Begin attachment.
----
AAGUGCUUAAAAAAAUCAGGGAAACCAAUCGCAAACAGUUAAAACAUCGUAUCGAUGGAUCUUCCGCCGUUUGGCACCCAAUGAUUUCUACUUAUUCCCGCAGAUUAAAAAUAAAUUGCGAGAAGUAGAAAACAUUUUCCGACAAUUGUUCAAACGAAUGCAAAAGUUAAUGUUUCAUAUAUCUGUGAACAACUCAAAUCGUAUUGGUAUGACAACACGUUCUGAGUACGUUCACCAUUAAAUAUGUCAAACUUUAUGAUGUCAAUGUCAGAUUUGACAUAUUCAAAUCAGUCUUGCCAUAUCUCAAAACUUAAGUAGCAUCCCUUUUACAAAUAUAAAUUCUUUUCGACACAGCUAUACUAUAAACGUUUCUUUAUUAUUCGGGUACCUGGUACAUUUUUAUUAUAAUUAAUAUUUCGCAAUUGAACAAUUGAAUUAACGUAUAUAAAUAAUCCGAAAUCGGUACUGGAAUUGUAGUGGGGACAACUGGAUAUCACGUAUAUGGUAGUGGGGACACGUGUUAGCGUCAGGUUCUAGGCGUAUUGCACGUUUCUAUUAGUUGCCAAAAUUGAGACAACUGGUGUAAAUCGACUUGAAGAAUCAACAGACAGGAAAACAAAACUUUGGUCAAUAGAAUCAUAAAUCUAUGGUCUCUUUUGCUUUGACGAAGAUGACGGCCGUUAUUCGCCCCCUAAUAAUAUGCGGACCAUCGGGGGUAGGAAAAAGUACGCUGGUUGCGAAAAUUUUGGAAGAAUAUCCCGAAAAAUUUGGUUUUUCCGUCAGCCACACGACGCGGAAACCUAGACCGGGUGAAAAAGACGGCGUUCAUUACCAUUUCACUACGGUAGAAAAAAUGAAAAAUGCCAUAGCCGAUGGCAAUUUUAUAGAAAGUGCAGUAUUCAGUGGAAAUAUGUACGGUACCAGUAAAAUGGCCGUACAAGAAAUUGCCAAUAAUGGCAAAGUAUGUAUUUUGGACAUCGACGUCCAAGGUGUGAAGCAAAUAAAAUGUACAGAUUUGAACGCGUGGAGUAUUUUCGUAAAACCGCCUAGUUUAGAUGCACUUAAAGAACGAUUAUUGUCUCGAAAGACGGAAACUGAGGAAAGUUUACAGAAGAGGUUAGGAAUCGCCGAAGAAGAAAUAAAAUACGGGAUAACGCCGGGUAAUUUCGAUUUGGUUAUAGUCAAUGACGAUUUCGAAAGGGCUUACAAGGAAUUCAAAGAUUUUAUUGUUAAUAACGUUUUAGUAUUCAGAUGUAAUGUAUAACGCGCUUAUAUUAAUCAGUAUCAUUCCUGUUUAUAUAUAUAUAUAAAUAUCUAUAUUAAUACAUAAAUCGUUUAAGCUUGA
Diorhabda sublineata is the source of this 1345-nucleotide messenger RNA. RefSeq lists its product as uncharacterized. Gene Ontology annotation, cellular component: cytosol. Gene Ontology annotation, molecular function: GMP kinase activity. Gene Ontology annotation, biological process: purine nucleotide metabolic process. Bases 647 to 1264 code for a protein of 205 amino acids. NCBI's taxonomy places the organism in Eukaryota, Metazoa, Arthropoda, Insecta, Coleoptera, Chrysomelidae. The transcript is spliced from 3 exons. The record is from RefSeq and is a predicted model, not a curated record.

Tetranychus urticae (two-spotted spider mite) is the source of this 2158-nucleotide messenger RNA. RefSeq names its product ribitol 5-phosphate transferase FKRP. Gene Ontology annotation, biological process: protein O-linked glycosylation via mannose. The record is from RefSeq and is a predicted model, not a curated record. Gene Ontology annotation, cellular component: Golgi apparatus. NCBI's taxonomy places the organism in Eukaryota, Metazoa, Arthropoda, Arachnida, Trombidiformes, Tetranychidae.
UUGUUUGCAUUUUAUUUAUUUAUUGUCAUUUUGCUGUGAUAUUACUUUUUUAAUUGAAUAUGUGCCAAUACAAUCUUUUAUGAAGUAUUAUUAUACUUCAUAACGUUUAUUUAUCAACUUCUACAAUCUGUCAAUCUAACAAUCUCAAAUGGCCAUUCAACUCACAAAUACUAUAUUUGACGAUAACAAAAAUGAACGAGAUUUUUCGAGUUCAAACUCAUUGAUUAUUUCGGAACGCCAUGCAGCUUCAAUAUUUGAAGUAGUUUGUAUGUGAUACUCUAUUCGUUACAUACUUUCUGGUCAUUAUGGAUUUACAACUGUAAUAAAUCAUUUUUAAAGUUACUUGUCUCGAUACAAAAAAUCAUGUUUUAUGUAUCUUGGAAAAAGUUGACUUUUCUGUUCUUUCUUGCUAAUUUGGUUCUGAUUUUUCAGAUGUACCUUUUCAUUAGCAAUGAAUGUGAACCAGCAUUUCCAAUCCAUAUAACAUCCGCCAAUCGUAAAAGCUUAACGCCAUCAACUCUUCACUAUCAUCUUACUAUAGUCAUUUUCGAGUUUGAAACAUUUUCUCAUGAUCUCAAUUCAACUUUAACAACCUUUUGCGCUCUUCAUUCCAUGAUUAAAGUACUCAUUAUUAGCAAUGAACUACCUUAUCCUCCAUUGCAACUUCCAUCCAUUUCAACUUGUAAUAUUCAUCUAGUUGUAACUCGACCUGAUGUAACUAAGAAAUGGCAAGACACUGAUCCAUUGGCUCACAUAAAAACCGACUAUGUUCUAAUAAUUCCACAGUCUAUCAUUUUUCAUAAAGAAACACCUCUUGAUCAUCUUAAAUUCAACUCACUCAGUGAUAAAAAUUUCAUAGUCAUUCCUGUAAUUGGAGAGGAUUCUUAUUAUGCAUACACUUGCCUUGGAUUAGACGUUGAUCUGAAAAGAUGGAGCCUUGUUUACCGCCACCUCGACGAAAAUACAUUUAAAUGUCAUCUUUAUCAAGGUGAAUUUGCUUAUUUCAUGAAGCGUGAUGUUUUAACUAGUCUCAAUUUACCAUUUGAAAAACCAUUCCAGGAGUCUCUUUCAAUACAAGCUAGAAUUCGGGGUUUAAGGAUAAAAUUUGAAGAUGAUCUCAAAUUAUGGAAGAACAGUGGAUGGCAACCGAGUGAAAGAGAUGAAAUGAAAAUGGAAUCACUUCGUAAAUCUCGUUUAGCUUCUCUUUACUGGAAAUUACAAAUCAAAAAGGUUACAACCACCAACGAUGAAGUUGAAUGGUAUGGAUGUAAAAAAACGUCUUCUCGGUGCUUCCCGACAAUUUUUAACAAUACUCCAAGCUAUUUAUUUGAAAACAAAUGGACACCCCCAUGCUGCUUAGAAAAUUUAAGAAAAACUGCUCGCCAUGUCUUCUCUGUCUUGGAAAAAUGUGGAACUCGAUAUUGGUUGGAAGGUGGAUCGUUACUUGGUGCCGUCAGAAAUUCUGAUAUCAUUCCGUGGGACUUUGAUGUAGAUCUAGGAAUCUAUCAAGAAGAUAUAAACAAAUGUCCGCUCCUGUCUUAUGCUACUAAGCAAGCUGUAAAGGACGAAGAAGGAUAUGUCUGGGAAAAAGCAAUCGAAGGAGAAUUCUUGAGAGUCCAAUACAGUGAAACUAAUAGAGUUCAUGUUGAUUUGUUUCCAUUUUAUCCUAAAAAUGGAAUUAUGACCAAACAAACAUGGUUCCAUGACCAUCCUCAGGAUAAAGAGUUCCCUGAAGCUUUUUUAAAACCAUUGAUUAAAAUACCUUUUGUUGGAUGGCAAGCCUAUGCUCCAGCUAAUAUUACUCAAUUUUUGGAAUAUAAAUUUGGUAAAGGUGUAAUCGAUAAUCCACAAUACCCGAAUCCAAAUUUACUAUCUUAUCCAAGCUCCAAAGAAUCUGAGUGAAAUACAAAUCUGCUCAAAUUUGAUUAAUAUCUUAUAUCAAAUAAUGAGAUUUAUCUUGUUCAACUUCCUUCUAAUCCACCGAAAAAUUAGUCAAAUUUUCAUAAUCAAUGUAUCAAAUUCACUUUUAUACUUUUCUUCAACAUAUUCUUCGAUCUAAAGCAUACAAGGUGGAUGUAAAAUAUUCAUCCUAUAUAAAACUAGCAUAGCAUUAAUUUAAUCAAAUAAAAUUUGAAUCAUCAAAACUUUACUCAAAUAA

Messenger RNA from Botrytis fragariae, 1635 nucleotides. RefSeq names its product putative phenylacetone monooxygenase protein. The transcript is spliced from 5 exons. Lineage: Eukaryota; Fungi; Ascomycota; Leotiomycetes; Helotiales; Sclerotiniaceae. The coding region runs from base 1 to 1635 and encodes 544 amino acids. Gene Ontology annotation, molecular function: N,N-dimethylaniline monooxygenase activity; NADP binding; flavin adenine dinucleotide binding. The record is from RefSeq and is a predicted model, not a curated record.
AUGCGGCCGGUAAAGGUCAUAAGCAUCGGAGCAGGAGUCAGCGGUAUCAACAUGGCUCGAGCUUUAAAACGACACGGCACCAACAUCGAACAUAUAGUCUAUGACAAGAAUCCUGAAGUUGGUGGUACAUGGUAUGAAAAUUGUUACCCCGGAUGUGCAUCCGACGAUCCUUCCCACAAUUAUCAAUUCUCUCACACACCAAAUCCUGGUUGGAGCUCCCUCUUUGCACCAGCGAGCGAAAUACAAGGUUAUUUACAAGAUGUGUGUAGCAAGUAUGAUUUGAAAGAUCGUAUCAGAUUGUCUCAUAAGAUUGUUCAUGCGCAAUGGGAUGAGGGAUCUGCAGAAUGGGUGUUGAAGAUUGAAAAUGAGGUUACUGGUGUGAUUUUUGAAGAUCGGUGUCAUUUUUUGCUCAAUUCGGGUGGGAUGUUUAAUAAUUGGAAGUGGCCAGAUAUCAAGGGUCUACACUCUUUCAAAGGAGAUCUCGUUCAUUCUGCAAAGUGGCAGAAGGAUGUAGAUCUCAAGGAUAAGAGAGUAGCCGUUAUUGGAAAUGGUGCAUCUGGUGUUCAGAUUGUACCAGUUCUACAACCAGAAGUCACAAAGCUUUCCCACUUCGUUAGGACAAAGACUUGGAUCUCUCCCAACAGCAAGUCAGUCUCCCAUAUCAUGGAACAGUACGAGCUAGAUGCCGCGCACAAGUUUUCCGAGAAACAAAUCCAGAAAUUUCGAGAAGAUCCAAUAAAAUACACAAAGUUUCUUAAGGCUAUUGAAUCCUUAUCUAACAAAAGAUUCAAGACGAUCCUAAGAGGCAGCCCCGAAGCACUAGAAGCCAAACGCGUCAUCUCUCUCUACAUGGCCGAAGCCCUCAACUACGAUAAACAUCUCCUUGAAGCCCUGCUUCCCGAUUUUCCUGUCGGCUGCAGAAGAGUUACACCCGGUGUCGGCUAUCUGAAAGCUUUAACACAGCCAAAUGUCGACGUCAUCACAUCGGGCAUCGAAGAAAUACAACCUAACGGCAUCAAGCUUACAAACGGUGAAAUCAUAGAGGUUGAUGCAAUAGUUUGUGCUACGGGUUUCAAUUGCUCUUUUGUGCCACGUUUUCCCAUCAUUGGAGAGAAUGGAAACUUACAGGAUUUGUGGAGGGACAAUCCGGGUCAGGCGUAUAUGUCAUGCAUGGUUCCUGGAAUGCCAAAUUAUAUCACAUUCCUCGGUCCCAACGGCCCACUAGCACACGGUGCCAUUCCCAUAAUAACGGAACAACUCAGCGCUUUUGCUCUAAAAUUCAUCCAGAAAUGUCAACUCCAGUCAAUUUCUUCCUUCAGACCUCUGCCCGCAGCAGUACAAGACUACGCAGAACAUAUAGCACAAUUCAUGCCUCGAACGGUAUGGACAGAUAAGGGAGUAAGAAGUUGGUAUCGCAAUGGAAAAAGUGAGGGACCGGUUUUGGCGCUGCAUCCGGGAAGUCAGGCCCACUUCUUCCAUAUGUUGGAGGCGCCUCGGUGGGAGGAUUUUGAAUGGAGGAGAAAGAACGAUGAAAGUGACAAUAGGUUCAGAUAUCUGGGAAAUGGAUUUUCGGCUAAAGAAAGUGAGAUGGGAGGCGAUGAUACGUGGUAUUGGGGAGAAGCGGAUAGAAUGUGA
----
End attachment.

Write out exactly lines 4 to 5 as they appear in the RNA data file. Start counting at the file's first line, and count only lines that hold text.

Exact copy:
UUGUUUGCAUUUUAUUUAUUUAUUGUCAUUUUGCUGUGAUAUUACUUUUUUAAUUGAAUAUGUGCCAAUACAAUCUUUUAUGAAGUAUUAUUAUACUUCAUAACGUUUAUUUAUCAACUUCUACAAUCUGUCAAUCUAACAAUCUCAAAUGGCCAUUCAACUCACAAAUACUAUAUUUGACGAUAACAAAAAUGAACGAGAUUUUUCGAGUUCAAACUCAUUGAUUAUUUCGGAACGCCAUGCAGCUUCAAUAUUUGAAGUAGUUUGUAUGUGAUACUCUAUUCGUUACAUACUUUCUGGUCAUUAUGGAUUUACAACUGUAAUAAAUCAUUUUUAAAGUUACUUGUCUCGAUACAAAAAAUCAUGUUUUAUGUAUCUUGGAAAAAGUUGACUUUUCUGUUCUUUCUUGCUAAUUUGGUUCUGAUUUUUCAGAUGUACCUUUUCAUUAGCAAUGAAUGUGAACCAGCAUUUCCAAUCCAUAUAACAUCCGCCAAUCGUAAAAGCUUAACGCCAUCAACUCUUCACUAUCAUCUUACUAUAGUCAUUUUCGAGUUUGAAACAUUUUCUCAUGAUCUCAAUUCAACUUUAACAACCUUUUGCGCUCUUCAUUCCAUGAUUAAAGUACUCAUUAUUAGCAAUGAACUACCUUAUCCUCCAUUGCAACUUCCAUCCAUUUCAACUUGUAAUAUUCAUCUAGUUGUAACUCGACCUGAUGUAACUAAGAAAUGGCAAGACACUGAUCCAUUGGCUCACAUAAAAACCGACUAUGUUCUAAUAAUUCCACAGUCUAUCAUUUUUCAUAAAGAAACACCUCUUGAUCAUCUUAAAUUCAACUCACUCAGUGAUAAAAAUUUCAUAGUCAUUCCUGUAAUUGGAGAGGAUUCUUAUUAUGCAUACACUUGCCUUGGAUUAGACGUUGAUCUGAAAAGAUGGAGCCUUGUUUACCGCCACCUCGACGAAAAUACAUUUAAAUGUCAUCUUUAUCAAGGUGAAUUUGCUUAUUUCAUGAAGCGUGAUGUUUUAACUAGUCUCAAUUUACCAUUUGAAAAACCAUUCCAGGAGUCUCUUUCAAUACAAGCUAGAAUUCGGGGUUUAAGGAUAAAAUUUGAAGAUGAUCUCAAAUUAUGGAAGAACAGUGGAUGGCAACCGAGUGAAAGAGAUGAAAUGAAAAUGGAAUCACUUCGUAAAUCUCGUUUAGCUUCUCUUUACUGGAAAUUACAAAUCAAAAAGGUUACAACCACCAACGAUGAAGUUGAAUGGUAUGGAUGUAAAAAAACGUCUUCUCGGUGCUUCCCGACAAUUUUUAACAAUACUCCAAGCUAUUUAUUUGAAAACAAAUGGACACCCCCAUGCUGCUUAGAAAAUUUAAGAAAAACUGCUCGCCAUGUCUUCUCUGUCUUGGAAAAAUGUGGAACUCGAUAUUGGUUGGAAGGUGGAUCGUUACUUGGUGCCGUCAGAAAUUCUGAUAUCAUUCCGUGGGACUUUGAUGUAGAUCUAGGAAUCUAUCAAGAAGAUAUAAACAAAUGUCCGCUCCUGUCUUAUGCUACUAAGCAAGCUGUAAAGGACGAAGAAGGAUAUGUCUGGGAAAAAGCAAUCGAAGGAGAAUUCUUGAGAGUCCAAUACAGUGAAACUAAUAGAGUUCAUGUUGAUUUGUUUCCAUUUUAUCCUAAAAAUGGAAUUAUGACCAAACAAACAUGGUUCCAUGACCAUCCUCAGGAUAAAGAGUUCCCUGAAGCUUUUUUAAAACCAUUGAUUAAAAUACCUUUUGUUGGAUGGCAAGCCUAUGCUCCAGCUAAUAUUACUCAAUUUUUGGAAUAUAAAUUUGGUAAAGGUGUAAUCGAUAAUCCACAAUACCCGAAUCCAAAUUUACUAUCUUAUCCAAGCUCCAAAGAAUCUGAGUGAAAUACAAAUCUGCUCAAAUUUGAUUAAUAUCUUAUAUCAAAUAAUGAGAUUUAUCUUGUUCAACUUCCUUCUAAUCCACCGAAAAAUUAGUCAAAUUUUCAUAAUCAAUGUAUCAAAUUCACUUUUAUACUUUUCUUCAACAUAUUCUUCGAUCUAAAGCAUACAAGGUGGAUGUAAAAUAUUCAUCCUAUAUAAAACUAGCAUAGCAUUAAUUUAAUCAAAUAAAAUUUGAAUCAUCAAAACUUUACUCAAAUAA

Messenger RNA from Botrytis fragariae, 1635 nucleotides. RefSeq names its product putative phenylacetone monooxygenase protein. The transcript is spliced from 5 exons. Lineage: Eukaryota; Fungi; Ascomycota; Leotiomycetes; Helotiales; Sclerotiniaceae. The coding region runs from base 1 to 1635 and encodes 544 amino acids. Gene Ontology annotation, molecular function: N,N-dimethylaniline monooxygenase activity; NADP binding; flavin adenine dinucleotide binding. The record is from RefSeq and is a predicted model, not a curated record.